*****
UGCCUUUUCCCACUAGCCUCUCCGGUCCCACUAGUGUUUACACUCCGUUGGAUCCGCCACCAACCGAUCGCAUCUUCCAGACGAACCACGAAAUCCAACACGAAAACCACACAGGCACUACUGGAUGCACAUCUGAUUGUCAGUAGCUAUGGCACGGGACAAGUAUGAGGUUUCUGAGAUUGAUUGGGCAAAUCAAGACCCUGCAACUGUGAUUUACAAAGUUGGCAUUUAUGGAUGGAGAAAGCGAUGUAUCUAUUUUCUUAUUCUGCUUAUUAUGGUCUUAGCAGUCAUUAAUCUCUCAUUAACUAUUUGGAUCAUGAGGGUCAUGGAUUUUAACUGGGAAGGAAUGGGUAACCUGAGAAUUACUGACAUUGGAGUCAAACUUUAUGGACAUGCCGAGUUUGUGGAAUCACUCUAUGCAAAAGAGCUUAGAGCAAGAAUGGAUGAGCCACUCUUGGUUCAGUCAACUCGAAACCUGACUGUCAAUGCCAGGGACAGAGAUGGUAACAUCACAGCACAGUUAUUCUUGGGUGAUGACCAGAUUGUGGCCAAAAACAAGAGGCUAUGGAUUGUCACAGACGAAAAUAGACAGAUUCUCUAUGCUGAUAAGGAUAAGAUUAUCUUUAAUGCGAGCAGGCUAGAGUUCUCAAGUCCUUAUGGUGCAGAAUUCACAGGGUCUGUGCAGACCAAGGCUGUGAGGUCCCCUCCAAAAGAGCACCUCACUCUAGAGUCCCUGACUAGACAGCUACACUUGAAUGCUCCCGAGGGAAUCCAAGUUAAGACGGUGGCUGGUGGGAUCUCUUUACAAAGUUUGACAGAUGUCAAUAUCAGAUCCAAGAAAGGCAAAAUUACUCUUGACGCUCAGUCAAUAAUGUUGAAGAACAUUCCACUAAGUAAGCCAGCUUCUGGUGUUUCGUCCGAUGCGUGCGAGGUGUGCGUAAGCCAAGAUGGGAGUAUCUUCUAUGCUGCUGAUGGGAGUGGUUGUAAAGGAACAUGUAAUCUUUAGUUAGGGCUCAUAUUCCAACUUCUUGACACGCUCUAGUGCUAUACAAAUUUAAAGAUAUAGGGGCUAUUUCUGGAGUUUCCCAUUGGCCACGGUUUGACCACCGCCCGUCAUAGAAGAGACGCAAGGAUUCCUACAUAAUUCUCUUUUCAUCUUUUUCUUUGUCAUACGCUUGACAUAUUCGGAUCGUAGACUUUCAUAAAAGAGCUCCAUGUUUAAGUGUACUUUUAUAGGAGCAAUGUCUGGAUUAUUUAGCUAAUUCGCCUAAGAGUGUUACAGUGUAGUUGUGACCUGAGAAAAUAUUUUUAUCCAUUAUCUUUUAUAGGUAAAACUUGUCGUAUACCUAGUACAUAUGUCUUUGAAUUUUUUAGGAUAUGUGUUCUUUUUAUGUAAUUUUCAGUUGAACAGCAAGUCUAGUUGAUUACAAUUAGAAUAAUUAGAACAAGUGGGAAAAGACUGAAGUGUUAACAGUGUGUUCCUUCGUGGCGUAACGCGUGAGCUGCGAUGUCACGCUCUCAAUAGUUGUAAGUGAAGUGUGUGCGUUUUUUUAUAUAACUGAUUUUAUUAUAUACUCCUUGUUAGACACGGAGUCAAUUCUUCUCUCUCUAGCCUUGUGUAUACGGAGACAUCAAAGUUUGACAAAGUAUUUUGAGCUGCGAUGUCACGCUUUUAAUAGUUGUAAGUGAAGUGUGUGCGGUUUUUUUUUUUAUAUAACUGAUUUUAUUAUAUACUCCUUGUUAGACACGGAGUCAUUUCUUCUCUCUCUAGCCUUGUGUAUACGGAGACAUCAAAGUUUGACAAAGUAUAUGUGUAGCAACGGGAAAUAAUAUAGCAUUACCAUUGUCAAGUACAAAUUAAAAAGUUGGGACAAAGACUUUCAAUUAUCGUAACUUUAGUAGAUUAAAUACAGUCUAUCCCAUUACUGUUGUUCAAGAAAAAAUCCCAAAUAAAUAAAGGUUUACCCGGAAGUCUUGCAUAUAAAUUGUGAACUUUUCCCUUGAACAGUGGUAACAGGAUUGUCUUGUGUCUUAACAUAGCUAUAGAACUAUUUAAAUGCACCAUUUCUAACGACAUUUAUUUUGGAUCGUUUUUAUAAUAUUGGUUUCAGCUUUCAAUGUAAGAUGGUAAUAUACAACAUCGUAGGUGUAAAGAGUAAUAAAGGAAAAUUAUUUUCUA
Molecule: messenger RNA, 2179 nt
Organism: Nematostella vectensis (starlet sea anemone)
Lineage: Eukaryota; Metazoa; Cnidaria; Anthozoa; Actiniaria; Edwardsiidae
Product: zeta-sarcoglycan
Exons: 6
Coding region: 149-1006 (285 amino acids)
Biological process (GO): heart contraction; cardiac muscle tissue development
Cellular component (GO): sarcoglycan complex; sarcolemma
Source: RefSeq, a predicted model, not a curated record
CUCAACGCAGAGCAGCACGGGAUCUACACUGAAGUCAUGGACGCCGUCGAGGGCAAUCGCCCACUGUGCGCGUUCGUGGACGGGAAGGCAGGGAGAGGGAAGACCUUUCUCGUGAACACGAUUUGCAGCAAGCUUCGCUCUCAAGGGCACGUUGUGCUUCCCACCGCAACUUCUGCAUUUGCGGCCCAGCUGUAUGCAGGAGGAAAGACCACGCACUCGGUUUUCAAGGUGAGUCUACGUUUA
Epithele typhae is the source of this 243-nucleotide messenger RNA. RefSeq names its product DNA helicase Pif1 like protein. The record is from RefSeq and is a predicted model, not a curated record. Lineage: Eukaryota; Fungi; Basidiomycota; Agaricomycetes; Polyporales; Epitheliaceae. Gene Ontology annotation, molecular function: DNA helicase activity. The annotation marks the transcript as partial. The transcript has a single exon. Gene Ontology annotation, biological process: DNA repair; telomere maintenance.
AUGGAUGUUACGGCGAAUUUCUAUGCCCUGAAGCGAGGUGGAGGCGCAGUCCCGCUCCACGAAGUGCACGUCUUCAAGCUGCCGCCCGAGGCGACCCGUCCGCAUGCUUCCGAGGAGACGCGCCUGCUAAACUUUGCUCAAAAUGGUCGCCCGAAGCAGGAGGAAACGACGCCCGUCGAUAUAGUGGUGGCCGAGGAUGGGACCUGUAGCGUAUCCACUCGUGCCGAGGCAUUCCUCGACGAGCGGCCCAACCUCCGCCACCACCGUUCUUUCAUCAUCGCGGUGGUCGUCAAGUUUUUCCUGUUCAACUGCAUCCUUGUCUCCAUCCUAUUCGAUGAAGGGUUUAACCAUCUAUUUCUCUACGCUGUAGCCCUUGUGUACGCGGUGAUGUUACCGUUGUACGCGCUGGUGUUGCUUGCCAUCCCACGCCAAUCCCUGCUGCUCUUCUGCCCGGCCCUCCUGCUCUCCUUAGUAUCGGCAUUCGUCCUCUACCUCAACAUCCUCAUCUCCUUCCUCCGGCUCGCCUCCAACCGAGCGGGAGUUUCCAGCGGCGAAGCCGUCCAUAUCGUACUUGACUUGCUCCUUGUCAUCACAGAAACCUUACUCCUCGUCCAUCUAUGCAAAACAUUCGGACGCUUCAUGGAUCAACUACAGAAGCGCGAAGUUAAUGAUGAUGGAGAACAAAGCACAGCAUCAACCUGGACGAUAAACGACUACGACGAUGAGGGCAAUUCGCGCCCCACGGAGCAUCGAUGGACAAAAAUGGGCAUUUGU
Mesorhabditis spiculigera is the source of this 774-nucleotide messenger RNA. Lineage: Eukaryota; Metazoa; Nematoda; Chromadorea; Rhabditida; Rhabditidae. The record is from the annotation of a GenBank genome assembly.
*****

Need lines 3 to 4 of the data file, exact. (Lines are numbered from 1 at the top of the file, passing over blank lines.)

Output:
Organism: Nematostella vectensis (starlet sea anemone)
Lineage: Eukaryota; Metazoa; Cnidaria; Anthozoa; Actiniaria; Edwardsiidae